The significance of leading-ship hinges around power-sharing. This, through competence-based authority, enables people to become empowered leaders through their actions in their respective workplaces. With people in charge of their own leading processes, they are able to assume responsibility for themselves and share responsibilities with others in the workplace community.

Leading-ship requires that people are treated on the basis of their personhood – as unique and equal individual human beings – as opposed to being treated according to position and rank. Leading-ship enforces a system whereby people are self-organized through a structure that acknowledges and grants individuals the right to work and function in a sovereign and autonomous manner. This self-organized structure will provide and ensure equal and mutual access to personal freedom and individual independence.

Leading-ship in practice amounts to “getting things done through oneself in collaboration with others”. The model of leading-ship is therefore based on two principles:
a.    The right to lead one self;
b.    The duty to support each other in the leading of themselves.
The outcome of leading-ship in the workplace is that everyone in the organization gets their work done through independent and responsible actions as equal members and partners of the organizational community. In such a process people are treated as the persons they are, not as the persons others have decided they should be.

Horizontal relationships are therefore based on the construction of the following elements:

1.    Everyone in the workplace is leading themselves, in concert with others.
2.    Relationships between people are equally balanced by the personal authority everybody is assigned to make decisions within their own sphere of responsibility
3.    The relationships generated through leadingship are horizontally organized, consisting of people on the same level operating on mutual understandings.

Definitions and models

In my paper “Leadingship vs Leadership” (2009) an illustration of the terminology was presented. The model and definition of leading-ship is as follows:

The model:

The definition:
Leading-ship refers to the function of leading in the process of joining personal authority and individual competence throughout the performance of work. The individual person is leading him/herself in equal and mutal understanding with others through a shared conception of reality in the workplace. Everyone is a leader within their respective area of responsibility, and has the power to make individual decisions and to influence decisions concerning their respective field of work.

In contrast, the model and definition of leadership are as follows:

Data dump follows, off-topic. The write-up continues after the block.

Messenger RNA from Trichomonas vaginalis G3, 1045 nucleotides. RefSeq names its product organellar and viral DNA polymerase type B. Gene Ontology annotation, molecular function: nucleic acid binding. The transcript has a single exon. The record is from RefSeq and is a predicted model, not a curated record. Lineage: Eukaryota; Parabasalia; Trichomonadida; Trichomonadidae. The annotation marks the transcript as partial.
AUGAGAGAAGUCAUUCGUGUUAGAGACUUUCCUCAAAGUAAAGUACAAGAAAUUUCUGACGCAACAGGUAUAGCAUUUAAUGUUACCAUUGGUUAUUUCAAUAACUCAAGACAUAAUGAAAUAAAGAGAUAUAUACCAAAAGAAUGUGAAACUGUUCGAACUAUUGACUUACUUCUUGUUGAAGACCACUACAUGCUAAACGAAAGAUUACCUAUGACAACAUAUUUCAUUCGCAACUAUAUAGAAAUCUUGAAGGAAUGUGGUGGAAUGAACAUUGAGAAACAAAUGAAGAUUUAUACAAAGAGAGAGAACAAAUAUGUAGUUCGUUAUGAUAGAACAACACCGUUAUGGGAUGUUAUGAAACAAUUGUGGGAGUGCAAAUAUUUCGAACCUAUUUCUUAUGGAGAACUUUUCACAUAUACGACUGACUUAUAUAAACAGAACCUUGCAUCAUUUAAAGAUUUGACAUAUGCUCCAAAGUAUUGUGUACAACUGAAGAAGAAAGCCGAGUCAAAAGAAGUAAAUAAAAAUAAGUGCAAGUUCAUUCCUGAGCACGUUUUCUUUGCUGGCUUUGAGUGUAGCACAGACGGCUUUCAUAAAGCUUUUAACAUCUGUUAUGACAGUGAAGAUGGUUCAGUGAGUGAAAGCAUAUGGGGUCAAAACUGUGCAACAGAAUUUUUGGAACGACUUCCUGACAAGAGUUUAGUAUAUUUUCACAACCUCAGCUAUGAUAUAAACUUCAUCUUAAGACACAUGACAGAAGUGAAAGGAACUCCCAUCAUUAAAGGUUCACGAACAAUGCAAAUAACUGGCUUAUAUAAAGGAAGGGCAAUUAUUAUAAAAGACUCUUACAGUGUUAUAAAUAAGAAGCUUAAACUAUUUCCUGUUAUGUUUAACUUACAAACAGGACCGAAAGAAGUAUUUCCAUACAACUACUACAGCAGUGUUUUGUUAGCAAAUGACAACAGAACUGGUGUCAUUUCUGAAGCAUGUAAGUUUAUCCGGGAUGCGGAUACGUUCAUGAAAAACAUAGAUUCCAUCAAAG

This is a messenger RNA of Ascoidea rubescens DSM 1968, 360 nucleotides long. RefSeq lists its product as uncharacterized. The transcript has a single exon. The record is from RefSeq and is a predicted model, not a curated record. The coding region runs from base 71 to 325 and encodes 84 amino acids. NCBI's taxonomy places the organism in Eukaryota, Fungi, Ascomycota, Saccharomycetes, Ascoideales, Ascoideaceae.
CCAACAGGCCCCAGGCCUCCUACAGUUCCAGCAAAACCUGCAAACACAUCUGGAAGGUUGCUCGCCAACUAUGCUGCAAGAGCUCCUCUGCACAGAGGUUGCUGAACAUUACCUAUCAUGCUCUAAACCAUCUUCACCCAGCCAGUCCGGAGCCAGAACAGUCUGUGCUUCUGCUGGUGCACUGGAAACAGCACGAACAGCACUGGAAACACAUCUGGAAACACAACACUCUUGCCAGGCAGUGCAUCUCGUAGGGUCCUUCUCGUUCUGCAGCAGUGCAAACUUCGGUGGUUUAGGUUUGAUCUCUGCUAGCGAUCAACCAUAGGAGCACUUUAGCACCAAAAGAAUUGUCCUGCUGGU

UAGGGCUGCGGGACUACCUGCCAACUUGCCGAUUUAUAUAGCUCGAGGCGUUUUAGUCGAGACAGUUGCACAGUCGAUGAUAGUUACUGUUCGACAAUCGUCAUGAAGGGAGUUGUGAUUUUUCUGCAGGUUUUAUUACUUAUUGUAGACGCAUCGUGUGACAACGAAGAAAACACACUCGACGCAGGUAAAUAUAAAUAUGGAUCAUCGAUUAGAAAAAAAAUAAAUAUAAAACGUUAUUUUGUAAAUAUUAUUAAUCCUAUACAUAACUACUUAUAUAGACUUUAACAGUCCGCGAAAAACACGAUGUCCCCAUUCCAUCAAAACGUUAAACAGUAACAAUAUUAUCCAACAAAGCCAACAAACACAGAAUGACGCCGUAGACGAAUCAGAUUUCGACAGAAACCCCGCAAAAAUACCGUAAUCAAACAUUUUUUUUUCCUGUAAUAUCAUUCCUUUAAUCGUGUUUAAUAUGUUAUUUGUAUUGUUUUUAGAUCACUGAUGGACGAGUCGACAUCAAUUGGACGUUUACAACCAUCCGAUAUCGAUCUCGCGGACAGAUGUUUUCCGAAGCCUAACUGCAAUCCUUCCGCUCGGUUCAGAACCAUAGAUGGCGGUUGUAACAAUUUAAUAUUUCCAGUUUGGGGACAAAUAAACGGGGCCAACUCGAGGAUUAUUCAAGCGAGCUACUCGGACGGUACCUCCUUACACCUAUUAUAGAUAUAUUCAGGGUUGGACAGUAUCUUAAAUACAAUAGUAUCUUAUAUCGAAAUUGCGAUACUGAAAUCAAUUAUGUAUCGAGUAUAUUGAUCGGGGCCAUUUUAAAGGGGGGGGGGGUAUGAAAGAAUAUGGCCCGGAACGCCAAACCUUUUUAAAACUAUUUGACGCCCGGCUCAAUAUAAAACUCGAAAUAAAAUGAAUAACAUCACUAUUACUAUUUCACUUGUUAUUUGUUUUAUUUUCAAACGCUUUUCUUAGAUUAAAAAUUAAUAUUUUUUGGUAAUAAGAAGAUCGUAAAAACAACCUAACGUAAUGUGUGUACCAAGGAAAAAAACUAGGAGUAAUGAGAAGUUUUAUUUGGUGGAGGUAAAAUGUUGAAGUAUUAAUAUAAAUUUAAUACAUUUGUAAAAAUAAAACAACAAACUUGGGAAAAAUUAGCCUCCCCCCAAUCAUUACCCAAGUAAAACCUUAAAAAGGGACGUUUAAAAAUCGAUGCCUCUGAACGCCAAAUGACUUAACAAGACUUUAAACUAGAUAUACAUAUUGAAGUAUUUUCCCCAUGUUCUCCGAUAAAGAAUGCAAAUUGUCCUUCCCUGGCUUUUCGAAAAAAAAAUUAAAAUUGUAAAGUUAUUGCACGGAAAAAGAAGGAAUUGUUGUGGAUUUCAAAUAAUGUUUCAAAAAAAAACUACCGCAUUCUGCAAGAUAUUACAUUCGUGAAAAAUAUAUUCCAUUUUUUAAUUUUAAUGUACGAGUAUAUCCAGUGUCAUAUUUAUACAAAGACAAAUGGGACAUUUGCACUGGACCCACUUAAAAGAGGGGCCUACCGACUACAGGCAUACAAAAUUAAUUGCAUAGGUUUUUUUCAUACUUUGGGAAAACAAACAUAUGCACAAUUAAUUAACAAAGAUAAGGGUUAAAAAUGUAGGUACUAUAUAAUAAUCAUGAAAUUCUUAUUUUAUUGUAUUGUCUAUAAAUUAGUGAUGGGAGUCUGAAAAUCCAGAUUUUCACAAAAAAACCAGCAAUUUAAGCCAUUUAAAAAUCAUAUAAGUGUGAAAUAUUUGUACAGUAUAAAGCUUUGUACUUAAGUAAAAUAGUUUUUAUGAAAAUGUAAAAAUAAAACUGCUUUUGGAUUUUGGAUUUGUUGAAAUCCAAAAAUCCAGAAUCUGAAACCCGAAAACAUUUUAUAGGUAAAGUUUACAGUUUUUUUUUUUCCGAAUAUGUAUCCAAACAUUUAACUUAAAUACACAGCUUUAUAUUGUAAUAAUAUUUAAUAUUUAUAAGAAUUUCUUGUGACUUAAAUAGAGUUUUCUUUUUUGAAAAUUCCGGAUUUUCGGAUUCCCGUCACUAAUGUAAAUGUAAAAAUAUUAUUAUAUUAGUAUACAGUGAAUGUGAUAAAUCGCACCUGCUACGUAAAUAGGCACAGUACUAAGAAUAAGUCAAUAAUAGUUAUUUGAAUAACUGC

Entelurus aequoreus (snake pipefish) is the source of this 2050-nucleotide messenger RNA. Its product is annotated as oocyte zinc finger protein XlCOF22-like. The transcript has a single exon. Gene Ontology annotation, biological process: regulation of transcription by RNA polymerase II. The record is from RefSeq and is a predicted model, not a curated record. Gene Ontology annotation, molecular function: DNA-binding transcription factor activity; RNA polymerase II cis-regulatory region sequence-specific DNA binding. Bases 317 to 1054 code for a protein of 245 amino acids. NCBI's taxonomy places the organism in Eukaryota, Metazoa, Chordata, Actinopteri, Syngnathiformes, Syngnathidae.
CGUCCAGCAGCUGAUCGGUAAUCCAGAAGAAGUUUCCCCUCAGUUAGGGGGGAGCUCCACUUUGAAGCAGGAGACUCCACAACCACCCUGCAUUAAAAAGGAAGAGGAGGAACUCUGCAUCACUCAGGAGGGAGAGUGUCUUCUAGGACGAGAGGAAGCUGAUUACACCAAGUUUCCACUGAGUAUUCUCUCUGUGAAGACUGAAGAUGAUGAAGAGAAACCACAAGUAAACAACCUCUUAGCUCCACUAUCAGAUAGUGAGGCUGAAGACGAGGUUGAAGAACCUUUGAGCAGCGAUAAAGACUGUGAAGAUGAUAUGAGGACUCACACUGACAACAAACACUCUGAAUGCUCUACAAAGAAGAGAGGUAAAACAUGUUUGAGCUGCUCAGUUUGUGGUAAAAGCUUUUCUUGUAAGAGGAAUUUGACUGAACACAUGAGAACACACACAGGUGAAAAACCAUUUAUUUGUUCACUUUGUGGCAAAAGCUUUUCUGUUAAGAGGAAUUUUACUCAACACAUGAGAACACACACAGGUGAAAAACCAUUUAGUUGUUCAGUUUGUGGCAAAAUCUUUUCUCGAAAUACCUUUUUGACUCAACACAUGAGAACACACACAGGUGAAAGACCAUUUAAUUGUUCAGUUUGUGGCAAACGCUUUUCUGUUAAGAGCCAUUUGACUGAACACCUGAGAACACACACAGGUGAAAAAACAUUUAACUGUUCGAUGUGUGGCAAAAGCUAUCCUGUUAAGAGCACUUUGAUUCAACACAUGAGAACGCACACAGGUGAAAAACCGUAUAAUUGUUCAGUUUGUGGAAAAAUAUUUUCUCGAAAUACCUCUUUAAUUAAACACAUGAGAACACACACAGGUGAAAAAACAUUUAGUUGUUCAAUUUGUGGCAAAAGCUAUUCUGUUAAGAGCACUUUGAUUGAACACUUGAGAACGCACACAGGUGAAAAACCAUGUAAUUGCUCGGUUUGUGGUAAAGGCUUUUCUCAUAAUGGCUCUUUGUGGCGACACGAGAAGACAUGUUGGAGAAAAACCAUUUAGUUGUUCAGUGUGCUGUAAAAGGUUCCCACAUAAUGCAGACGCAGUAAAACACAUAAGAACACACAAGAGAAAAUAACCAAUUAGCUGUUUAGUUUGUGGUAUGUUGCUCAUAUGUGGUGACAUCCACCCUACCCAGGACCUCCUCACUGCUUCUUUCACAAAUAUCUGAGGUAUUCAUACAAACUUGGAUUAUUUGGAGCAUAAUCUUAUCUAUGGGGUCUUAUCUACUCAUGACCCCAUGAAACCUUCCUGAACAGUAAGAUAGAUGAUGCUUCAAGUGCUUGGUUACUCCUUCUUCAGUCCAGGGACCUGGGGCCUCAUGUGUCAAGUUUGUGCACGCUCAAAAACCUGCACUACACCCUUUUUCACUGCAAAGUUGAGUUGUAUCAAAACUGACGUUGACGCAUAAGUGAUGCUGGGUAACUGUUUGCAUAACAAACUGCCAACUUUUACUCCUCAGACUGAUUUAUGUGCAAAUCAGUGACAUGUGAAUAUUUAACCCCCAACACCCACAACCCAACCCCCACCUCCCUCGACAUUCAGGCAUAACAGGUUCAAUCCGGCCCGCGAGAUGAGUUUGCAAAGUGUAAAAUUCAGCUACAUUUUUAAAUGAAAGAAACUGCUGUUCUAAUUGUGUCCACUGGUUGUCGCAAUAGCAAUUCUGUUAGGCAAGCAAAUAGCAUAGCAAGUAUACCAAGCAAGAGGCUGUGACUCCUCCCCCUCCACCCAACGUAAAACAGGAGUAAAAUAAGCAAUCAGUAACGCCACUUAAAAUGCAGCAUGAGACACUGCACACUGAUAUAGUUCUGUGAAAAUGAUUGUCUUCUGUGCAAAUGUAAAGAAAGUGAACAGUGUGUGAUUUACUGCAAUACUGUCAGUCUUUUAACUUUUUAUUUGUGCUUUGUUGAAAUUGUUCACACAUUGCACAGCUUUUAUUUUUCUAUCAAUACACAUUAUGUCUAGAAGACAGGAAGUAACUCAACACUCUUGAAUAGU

The model:

The definition:
Leadership refers to leadership as a person/people. The leader with superior rank is assigned the task of command and control in leading the inferior subordinates to follow the imposed orders. The subordinates await orders as followers in the cause of performing their work when responsibility is given from above. The subordinates perform servantship in obedience to their leader.


Leadership has been conceived and defined as a relationship between those above and below on a hierarchical ladder. This vertical relationship is an inherently authoritarian system, whereby a person in a higher position is assigned authority to make decisions regarding those below. Leading-ship is predicated upon relationships between equals and peers, and interaction is carried out without position or rank. Leading-ship is an egalitarian system, with dignity the core value in shaping power relationships between people in the workplace.

We have two main choices to our disposal. These are presented in the following models:

Authoritarian power system:

  • Vertical power structure (high and low positions)
  • Hierarchical organizational structure (someone above, as superior, and someone below, as subordinate)
  • Leadership (leader-based work processes)
  • Vertical relationship (somebody is leading and somebody is led)

Egalitarian power system

  • Horizontal power structure (side-lined functions)
  • Egalitarian organizational structure (everyone has independent and responsible roles)
  • Leading-ship (individual-based and collective-based work processes)
  • Horizontal relationship (the individual person leads, together with others)

“You never change things by fighting
the existing reality. To change
something, build a new model that
makes the existing model obsolete”.

– Buckminster Fuller

*Rune Kvist Olsen is a member of the New Unionism Network and a lecturer, consultant, designer and author. At the University at Tromsø, Norway, he lectured in competency and organizational development. Prior to this he was a senior consultant at Kvaerner Energy, Oslo and a lecturer/consultant in private academies in developing, teaching and managing education programmes. He has published extensively in this area, his works including:

  • “The DemoCraticWorkplace – Empowering People (demos) to Rule (cratos) their own Workplace. Organizing Individual and Group Decision Processes through Personal Competence-based Authority”. 2009
  • “The Equal Organizational Concept. A Theoretical Framework in developing the Equal Dignity Organization.”. The New Workplace Reality Series, 2008.
  • “A change from leadership (vertical power-structure) to leadingship (horizontal power-structure) at work. The theory and practice.”, The New Workplace Reality Series, 2006.
  • “From a vertical and hierarchical order to a horizontal and egalitarian order in structuring and shaping the flow of power in the organization. Getting things done at work – myth and realities”, The New Workplace Reality Series, 2006.
  • “None to command and control. An analysis of the relationship between power and health in the workplace”, The New Workplace Reality Series, 2005.
  • Book: “Kompetansen er Din” (The Competence is Yours), Norwegian version, Cappelen, 1991.


(1)  See “A change from leadership (vertical power-structure) to leadingship (horizontal power-structure) at work. The theory and practice.”, The New Workplace Reality Series, 2006.

(2) “The DemoCratic Workplace” 2009